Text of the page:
Using the assessment process to overcome Imposter Syndrome in mature students

Chapman, Amanda ORCID logo ORCID: (2015) Using the assessment process to overcome Imposter Syndrome in mature students. Journal of Further and Higher Education, 41 (2). pp. 112-119.

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This research draws on the experience of a group of mature students’ studies during their first year at university. All experienced varying degrees of Imposter Syndrome, feelings of fraudulence and a lack of confidence in their ability. The process of ‘becoming’ a mature student is one of identity change and risk. Gaining a sense of belonging to the institution and academia is an important part of the transition year, but the assimilation into the culture of university life can be problematic. The first assessment for all students can be seen as a ‘rite of passage’ on the journey of ‘belonging’. So for mature students who may have had a substantial gap in their education, this can be a critical moment in their progression through the transition year. Negotiation through the culture and language of academia can lead to misunderstanding and self-doubt, and the process of assessment can be an emotional journey for some students. In this article the students describe their experiences of the assessment process and their need for feedback. Facing the judgement of their peer group and the academic staff was a particular fear of most of the students, as was the difficulty in both ‘getting started’ on and ‘letting go’ of their written work. The article concludes with a discussion of the role of assessment in relation to confidence building and to overcoming Imposter Syndrome.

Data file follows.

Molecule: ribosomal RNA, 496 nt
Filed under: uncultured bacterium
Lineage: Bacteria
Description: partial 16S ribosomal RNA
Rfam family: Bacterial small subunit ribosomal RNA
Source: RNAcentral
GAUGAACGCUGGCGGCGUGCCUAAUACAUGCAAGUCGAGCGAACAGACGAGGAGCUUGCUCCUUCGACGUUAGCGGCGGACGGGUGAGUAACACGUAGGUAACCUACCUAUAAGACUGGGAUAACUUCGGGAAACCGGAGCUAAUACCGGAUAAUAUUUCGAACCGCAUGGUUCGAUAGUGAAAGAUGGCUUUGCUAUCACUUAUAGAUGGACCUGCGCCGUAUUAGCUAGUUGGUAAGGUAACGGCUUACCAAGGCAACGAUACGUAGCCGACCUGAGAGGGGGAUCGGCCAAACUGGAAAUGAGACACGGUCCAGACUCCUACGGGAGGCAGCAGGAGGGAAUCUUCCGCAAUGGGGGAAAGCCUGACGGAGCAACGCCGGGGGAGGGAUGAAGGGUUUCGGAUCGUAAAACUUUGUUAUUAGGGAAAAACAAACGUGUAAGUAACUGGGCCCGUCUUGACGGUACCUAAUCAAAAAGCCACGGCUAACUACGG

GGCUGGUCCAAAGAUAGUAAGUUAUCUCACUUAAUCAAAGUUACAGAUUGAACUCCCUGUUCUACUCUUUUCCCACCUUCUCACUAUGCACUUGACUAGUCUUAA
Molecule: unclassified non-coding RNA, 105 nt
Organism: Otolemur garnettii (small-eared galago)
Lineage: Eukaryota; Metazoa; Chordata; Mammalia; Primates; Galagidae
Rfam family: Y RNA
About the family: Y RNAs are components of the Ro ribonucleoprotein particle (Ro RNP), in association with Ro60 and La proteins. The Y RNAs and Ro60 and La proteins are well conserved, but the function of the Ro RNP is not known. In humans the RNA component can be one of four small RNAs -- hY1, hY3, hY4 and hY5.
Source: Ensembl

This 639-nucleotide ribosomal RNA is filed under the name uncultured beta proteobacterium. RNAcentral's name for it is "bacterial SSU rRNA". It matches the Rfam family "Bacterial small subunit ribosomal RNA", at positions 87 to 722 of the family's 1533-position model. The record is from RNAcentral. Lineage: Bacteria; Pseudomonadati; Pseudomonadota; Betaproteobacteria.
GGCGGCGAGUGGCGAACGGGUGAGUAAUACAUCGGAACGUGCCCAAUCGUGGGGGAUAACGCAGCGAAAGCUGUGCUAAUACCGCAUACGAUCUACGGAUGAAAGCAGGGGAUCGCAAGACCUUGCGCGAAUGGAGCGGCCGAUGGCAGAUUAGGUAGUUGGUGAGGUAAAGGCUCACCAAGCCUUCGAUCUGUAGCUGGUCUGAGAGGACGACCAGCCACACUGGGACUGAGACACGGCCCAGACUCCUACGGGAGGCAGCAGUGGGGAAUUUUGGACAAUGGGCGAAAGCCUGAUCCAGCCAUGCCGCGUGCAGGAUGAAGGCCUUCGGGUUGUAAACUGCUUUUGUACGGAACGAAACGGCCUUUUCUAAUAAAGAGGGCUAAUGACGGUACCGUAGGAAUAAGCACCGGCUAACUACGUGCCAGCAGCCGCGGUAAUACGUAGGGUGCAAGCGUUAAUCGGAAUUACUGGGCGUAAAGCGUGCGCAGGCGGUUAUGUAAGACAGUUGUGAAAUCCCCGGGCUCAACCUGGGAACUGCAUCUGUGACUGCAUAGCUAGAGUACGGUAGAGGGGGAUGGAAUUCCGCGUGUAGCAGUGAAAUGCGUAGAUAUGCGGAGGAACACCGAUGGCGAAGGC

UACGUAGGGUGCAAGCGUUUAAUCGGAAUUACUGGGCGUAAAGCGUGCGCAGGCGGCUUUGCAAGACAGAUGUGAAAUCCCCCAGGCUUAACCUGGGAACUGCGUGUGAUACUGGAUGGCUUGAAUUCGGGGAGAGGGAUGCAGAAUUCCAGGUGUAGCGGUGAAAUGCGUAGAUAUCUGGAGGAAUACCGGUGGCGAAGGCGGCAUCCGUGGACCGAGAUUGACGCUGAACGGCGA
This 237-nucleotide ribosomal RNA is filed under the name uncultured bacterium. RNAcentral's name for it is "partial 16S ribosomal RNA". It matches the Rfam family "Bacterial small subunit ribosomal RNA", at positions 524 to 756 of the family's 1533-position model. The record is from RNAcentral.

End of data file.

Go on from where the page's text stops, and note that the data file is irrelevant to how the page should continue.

Item Type: Article
Journal / Publication Title: Journal of Further and Higher Education
Publisher: Taylor & Francis (Routledge)
ISSN: 1469-9486
Departments: Professional Services > Academic Quality & Development (AQD)
Depositing User: Anna Lupton
Date Deposited: 07 Apr 2016 15:48
Last Modified: 12 Jan 2024 14:17


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